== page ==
What is Gothic?
By Adrya Stinbridge
Gothic. The word triggers different and sometimes passionate responses from many people, including those within the community and those who look on from the outside. What exactly does gothic mean? Who are Goths, and what do they believe? How long has Goth been around, and what is its future?
The word “gothic” was first used to identify a group of European tribes from ancient history. Goths are commonly believed to have originated from the Island of Gottland off the Denmark coast. Over time the tribes grew numerous and powerful enough to sack sacked the great Roman Empire in 410, and they ruled Europe for 250 years before slowly fading into ancient history.
It is important to know where the word “gothic” comes from, however there is a notable difference between ancient Gothic culture and the modern gothic phenomenon.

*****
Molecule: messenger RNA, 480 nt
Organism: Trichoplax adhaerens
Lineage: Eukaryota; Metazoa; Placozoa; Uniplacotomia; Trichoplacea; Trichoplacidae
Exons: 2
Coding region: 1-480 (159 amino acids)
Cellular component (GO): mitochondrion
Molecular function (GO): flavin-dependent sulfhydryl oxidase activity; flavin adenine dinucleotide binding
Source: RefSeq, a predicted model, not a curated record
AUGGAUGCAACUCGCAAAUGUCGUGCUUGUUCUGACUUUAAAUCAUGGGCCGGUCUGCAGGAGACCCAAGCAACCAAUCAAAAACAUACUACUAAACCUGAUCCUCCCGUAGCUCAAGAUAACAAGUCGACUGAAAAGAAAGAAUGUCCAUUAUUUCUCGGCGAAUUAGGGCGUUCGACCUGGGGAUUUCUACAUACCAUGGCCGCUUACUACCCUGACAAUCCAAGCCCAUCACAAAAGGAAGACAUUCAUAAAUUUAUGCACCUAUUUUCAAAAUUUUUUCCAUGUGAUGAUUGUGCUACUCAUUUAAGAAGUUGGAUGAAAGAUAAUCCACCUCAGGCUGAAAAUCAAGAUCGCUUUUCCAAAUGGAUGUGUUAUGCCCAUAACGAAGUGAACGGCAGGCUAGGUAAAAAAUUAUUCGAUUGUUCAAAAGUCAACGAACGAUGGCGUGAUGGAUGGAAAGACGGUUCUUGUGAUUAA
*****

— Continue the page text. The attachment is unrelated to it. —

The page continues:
Goths of ancient history were a nomadic people who had a reputation for ruthless violence. Ancient Goths were also a religious people; their beliefs were based around worship of pagan deities.
Today, “gothic” is used to describe a subculture based largely on a certain style of art, literature, and music. Some forms of gothic art and literature date back to the 12th –15th centuries, however gothic music as we know it today is a relatively new development and is responsible for having the greatest impact on the development of gothic subculture.
Modern goths differ from ancient Goths in that they are not part of a dominant culture; they are a part of a subculture. Where ancient Goths had a set religious system, modern gothic subculture is not linked to any particular religion. There are some pagan goths, however many more goths are Christian, Jewish, Catholic, or Aethiest. Modern goths tend to be varied on their social and political views as well. The glue which holds the gothic community together is an affinity for the macabre, a longing for romance, and an appreciation of darker aesthetics.